Subscribe to Ordinary Parent Follow @ordinaryparent
(Originally posted on my old blog on 9/11/11) Following an emotional 10th anniversary of the 9/11 attacks, I had to think about the fact that my daughter, and children for the last 10 years, weren’t around to experience that Tuesday morning. I, like every American, remember where I was when I heard the news and I want my daughter and any future children to know what happened and know the importance of that day. So I’ve documented some of the things I will teach my children about 9/11 so that they will also never forget.
I was sitting in my 1st period class finishing a Humanities exam when our principal came over the intercom to “inform us of events going on in our country.” I remember thinking something huge must have happened to interrupt class for a news bulletin. My first thought was that there was an assassination, but I soon found out that the Twin Towers had been hit by planes, and 1 of the towers had collapsed. Some classmates had tears in their eyes upon hearing the news and knowing the loss of life that had just occurred. I quickly jotted something down on my last question and asked the teacher if I could leave the classroom to go find somewhere to watch the news and he gladly obliged. I then went down the hallway to the first room I could find that had a TV on and watched in awe as I saw the skies above New York City filled with the smoke of a fallen tower and one still in flames.
Every American has heard stories about the regular folks who went to work that morning and became heroes before the day was over. My children will learn about the firefighters, police officers, first responders, and regular civilians who worked to save the lives of countless numbers of people. My children will learn that even though some of them did not survive the day, we can respect them and their families by remembering the sacrifices they made. My kids will hear of the attack on the Pentagon and the civilian heroes that saved Flight 93 from causing even more death and destruction. My kids will learn that you should always be respectful of others, to do what you can to help those in need, and to stand up against evil. And the stories of 9-11 will be an ultimate example of that lesson.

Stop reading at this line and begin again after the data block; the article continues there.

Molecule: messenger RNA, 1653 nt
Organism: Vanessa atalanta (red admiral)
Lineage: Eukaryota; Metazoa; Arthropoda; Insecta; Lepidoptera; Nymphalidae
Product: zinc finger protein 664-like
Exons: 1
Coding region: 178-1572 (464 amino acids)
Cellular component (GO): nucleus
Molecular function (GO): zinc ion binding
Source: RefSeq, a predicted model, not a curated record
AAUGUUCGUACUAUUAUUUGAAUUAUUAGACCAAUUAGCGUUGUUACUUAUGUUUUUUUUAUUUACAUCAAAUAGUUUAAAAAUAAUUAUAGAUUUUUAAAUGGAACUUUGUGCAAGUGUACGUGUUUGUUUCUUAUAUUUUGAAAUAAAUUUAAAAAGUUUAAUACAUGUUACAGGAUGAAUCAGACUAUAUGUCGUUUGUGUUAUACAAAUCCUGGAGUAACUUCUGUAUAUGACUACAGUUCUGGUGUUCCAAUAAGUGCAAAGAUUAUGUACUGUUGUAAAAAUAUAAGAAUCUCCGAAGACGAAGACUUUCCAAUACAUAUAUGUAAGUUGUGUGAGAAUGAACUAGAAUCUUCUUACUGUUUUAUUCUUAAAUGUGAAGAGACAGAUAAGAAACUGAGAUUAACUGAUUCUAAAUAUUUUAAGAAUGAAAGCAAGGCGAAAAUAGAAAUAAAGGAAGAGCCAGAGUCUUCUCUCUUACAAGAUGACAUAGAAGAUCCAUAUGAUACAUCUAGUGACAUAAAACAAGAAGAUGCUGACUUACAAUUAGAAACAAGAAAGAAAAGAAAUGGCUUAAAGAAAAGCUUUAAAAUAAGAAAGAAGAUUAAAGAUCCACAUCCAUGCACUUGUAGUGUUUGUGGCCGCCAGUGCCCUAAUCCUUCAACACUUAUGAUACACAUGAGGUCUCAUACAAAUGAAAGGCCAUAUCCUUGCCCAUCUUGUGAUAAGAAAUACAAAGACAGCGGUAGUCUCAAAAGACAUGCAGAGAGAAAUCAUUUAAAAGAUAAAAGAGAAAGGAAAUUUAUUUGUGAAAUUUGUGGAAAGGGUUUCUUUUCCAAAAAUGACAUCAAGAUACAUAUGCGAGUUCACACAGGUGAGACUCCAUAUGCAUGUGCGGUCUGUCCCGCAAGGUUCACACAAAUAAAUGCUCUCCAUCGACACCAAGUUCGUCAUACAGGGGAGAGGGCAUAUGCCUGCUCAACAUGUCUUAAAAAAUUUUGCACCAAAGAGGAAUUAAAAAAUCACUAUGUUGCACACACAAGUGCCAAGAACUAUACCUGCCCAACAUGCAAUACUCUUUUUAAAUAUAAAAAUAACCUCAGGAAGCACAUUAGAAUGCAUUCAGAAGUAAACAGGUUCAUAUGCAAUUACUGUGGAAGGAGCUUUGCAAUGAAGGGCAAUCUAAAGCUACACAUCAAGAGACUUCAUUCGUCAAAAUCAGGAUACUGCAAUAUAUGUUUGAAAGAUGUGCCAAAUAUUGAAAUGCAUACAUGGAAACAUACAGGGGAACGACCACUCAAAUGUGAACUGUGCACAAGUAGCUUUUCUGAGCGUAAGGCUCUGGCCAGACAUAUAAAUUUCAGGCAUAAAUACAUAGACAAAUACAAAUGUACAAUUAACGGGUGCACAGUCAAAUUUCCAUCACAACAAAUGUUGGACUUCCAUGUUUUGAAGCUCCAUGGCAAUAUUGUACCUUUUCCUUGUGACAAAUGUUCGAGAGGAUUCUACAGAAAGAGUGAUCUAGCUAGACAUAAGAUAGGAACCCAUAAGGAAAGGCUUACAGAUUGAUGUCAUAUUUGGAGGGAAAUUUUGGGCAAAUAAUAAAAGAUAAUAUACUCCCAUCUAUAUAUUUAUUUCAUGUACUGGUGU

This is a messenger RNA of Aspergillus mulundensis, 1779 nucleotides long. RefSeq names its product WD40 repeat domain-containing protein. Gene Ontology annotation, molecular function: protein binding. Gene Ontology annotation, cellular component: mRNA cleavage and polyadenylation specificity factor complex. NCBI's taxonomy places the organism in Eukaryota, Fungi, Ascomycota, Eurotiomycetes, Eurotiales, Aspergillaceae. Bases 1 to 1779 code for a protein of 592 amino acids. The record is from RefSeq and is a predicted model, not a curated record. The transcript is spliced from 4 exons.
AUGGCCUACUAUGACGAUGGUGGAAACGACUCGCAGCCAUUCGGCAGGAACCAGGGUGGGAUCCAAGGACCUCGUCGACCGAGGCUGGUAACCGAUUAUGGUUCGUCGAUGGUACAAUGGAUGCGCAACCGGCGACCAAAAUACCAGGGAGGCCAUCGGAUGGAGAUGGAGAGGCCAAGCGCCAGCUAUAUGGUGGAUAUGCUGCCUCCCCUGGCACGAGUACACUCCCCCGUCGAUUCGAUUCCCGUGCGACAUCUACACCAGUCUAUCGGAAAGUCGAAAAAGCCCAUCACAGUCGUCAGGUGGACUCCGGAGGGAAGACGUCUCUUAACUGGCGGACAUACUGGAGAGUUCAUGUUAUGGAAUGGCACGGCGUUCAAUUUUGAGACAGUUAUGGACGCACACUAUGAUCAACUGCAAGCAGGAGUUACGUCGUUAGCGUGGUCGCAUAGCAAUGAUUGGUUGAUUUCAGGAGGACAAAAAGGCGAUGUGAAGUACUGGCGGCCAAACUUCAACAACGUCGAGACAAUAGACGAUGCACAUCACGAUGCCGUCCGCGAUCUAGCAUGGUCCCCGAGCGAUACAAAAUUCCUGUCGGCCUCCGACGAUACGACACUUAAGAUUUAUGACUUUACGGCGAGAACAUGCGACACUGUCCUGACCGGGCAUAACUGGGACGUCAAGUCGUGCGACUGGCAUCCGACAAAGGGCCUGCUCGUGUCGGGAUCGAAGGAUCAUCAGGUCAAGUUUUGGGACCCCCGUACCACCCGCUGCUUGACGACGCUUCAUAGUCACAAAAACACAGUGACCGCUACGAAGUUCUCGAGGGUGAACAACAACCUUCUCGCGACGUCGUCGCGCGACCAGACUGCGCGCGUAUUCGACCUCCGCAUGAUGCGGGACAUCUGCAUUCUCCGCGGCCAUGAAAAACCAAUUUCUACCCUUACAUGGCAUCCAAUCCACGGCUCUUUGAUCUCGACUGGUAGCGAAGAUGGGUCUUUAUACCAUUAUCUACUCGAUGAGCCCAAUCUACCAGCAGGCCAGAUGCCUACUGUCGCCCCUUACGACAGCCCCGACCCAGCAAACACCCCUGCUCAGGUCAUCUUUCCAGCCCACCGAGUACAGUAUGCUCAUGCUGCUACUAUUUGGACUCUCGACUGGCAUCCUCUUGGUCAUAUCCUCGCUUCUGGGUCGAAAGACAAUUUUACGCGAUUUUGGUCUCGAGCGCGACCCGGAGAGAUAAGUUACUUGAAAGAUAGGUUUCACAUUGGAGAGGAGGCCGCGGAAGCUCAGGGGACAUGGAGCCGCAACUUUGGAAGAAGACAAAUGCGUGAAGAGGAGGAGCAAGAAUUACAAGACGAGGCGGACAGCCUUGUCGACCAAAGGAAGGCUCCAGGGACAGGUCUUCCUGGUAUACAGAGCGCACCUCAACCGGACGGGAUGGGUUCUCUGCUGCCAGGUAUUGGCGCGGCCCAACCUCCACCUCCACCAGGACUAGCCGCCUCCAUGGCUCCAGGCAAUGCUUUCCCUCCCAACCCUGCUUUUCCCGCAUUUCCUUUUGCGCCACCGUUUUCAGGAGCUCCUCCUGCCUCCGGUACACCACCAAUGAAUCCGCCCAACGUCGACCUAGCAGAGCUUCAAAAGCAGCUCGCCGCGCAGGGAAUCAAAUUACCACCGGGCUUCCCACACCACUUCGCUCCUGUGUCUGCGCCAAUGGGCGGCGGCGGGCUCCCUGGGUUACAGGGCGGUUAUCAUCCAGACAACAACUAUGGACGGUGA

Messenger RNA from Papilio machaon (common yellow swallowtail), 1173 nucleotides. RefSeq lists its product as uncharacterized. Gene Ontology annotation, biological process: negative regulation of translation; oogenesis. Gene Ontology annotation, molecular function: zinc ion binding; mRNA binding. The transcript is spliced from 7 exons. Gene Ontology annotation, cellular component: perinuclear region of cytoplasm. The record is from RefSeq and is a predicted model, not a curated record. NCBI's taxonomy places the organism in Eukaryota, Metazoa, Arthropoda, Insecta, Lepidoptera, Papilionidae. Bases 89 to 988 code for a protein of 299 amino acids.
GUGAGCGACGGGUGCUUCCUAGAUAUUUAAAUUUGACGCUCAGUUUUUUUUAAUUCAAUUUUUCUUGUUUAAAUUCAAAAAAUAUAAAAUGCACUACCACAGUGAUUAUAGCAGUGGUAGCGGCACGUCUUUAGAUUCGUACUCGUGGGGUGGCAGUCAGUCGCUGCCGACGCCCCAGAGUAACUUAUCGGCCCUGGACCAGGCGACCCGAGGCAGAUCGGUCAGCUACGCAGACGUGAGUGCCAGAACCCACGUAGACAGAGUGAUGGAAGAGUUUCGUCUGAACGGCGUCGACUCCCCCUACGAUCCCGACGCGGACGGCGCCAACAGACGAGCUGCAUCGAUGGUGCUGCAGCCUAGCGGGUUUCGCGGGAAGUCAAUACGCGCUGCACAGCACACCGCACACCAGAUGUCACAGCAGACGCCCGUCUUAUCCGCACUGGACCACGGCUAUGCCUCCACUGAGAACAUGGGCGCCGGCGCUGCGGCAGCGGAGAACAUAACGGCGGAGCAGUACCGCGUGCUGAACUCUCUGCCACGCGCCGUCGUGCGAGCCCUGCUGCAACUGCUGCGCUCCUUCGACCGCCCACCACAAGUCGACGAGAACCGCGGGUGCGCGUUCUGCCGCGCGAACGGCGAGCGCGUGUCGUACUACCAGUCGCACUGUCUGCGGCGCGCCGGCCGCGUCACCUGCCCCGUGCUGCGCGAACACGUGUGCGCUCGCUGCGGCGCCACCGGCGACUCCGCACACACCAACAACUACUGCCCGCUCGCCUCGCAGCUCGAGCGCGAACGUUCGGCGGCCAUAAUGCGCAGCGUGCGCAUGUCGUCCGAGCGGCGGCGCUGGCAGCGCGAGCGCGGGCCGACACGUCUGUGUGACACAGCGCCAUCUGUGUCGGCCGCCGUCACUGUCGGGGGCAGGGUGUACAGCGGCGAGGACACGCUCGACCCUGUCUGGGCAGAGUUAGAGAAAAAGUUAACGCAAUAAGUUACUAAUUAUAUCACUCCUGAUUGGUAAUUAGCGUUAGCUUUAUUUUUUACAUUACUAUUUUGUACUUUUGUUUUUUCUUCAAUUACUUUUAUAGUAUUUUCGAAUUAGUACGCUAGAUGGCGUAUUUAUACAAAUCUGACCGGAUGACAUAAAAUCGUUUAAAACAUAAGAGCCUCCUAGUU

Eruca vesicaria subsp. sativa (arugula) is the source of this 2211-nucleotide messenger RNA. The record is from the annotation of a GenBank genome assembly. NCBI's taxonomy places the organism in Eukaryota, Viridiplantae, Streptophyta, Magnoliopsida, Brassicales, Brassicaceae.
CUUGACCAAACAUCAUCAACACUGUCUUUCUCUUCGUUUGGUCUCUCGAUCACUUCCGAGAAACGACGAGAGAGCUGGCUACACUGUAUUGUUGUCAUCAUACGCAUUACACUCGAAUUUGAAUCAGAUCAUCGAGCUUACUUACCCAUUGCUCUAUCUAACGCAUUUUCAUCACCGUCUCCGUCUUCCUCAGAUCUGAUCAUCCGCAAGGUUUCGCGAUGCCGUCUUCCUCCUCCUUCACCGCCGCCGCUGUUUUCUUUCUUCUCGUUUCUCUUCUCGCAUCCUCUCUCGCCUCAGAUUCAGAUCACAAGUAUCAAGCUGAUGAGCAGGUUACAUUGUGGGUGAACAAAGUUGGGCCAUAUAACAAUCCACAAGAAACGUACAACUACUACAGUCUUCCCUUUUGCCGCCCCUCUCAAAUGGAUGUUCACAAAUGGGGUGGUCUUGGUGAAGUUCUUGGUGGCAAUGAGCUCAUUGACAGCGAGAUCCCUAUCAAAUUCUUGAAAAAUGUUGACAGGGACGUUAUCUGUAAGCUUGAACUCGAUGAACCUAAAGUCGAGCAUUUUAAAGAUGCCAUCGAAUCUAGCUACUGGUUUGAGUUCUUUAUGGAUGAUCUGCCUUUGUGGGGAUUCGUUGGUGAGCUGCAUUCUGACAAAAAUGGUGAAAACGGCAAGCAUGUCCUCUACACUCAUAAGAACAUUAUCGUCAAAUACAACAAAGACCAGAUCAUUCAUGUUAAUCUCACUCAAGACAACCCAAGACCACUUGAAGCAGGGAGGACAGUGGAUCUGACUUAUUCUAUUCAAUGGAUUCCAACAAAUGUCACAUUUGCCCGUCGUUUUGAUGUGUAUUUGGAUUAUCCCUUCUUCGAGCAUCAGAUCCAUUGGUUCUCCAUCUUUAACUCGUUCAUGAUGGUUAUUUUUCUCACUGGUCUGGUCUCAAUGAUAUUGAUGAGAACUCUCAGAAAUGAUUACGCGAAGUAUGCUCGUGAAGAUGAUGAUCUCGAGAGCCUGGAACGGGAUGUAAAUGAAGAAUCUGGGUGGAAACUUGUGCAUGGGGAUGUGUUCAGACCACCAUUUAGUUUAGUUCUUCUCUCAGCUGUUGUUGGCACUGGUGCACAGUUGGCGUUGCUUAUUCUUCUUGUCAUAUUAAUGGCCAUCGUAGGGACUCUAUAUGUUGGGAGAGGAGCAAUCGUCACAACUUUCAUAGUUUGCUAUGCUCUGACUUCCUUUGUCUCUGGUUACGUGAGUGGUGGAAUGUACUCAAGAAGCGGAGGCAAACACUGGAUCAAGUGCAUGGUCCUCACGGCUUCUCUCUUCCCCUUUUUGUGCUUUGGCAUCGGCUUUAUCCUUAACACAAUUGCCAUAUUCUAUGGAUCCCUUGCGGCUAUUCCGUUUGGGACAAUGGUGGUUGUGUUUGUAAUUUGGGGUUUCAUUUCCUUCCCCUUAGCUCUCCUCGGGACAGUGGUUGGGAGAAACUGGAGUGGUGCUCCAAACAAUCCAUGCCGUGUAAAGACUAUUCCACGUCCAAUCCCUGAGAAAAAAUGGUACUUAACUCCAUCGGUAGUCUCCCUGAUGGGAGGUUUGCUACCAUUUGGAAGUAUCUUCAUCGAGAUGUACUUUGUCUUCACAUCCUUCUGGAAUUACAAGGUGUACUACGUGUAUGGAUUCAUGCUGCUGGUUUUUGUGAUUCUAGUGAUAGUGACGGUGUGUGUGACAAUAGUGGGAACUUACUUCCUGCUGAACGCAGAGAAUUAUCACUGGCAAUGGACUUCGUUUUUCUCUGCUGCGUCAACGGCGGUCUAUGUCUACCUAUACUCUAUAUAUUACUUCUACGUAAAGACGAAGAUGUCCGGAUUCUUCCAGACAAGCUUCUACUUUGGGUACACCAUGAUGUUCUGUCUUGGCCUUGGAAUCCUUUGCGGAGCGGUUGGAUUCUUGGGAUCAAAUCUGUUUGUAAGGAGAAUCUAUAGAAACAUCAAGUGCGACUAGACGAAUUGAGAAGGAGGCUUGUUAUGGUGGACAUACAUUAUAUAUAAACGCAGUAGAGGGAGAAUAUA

One day I will teach my children about the days, months, and years that followed 9-11-01. I will recount the empty skies above our nations as no planes could fly for a couple weeks. I will tell them of the changes in security measures our country implemented. I will tell them about George Bush at Ground Zero announcing that the people responsible for this attack will “hear” our country soon enough. They’ll hear about the members of congress who sang “God Bless America” from the steps of our Capitol. I will teach them about the wars in Afghanistan and Iraq, and the ongoing struggle to prevent other attacks. I know that I’ll never be able to truly understand or explain all the impacts, and some of the impacts are yet to be known, but I will try.
Together with several friends from our church, we met in my parent’s basement and we prayed. We prayed for the victims and their families. We prayed for those who lost children, parents, siblings, aunts, uncles, friends, and co-workers. We prayed for the children who did not get a chance to know their mother or father. We prayed for our country and the future of our country and world. The important thing that I hope my children will understand from this is that in the face of tragedy and uncertainty, we went to God. We had no idea what the future would hold, but, as the saying goes, we knew Who would hold the future.
Our country came together. We vowed to always remember, to rebuild, and seek justice for the lives lost that day. I’ll tell them about how the sites of towers were monumentalized 10 years later, and that the new buildings represent our resolve to bounce back from such a strike. They will learn of all the volunteers who made their way to New York to help, and the thousands who stood in lines to donate blood to the injured. They’ll learn that in the face of terror, Americans will continue to fight for their freedom. We have been and can be hurt…but it’s how we reacted as a nation that my children will respect and remember.
I’ll always remember. I guarantee my children will learn about it.